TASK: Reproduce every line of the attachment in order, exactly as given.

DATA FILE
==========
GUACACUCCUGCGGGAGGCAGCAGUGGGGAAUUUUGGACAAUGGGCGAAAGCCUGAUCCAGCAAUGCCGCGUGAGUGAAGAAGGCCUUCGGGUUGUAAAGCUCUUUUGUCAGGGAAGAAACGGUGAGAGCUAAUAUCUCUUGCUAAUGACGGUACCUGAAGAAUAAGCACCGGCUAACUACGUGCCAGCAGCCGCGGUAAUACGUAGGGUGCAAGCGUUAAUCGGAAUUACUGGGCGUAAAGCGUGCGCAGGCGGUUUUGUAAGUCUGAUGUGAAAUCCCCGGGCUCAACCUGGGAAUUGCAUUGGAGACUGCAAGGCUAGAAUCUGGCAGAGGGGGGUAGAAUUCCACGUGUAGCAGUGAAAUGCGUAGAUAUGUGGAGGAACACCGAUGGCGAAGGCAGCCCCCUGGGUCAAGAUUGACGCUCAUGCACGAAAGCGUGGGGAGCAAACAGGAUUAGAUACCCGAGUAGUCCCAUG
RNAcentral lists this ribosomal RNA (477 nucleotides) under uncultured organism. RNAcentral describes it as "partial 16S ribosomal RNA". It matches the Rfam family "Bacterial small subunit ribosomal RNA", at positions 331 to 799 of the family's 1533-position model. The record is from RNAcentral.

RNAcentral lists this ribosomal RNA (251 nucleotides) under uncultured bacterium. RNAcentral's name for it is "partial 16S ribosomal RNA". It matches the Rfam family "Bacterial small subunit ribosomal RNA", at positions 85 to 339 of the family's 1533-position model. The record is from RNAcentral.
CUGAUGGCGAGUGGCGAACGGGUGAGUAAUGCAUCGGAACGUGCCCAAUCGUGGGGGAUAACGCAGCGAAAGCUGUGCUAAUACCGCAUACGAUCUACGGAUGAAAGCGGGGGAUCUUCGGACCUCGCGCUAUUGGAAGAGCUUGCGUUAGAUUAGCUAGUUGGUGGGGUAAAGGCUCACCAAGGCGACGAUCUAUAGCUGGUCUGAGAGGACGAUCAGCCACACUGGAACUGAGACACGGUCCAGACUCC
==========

GUACACUCCUGCGGGAGGCAGCAGUGGGGAAUUUUGGACAAUGGGCGAAAGCCUGAUCCAGCAAUGCCGCGUGAGUGAAGAAGGCCUUCGGGUUGUAAAGCUCUUUUGUCAGGGAAGAAACGGUGAGAGCUAAUAUCUCUUGCUAAUGACGGUACCUGAAGAAUAAGCACCGGCUAACUACGUGCCAGCAGCCGCGGUAAUACGUAGGGUGCAAGCGUUAAUCGGAAUUACUGGGCGUAAAGCGUGCGCAGGCGGUUUUGUAAGUCUGAUGUGAAAUCCCCGGGCUCAACCUGGGAAUUGCAUUGGAGACUGCAAGGCUAGAAUCUGGCAGAGGGGGGUAGAAUUCCACGUGUAGCAGUGAAAUGCGUAGAUAUGUGGAGGAACACCGAUGGCGAAGGCAGCCCCCUGGGUCAAGAUUGACGCUCAUGCACGAAAGCGUGGGGAGCAAACAGGAUUAGAUACCCGAGUAGUCCCAUG
RNAcentral lists this ribosomal RNA (477 nucleotides) under uncultured organism. RNAcentral describes it as "partial 16S ribosomal RNA". It matches the Rfam family "Bacterial small subunit ribosomal RNA", at positions 331 to 799 of the family's 1533-position model. The record is from RNAcentral.

RNAcentral lists this ribosomal RNA (251 nucleotides) under uncultured bacterium. RNAcentral's name for it is "partial 16S ribosomal RNA". It matches the Rfam family "Bacterial small subunit ribosomal RNA", at positions 85 to 339 of the family's 1533-position model. The record is from RNAcentral.
CUGAUGGCGAGUGGCGAACGGGUGAGUAAUGCAUCGGAACGUGCCCAAUCGUGGGGGAUAACGCAGCGAAAGCUGUGCUAAUACCGCAUACGAUCUACGGAUGAAAGCGGGGGAUCUUCGGACCUCGCGCUAUUGGAAGAGCUUGCGUUAGAUUAGCUAGUUGGUGGGGUAAAGGCUCACCAAGGCGACGAUCUAUAGCUGGUCUGAGAGGACGAUCAGCCACACUGGAACUGAGACACGGUCCAGACUCC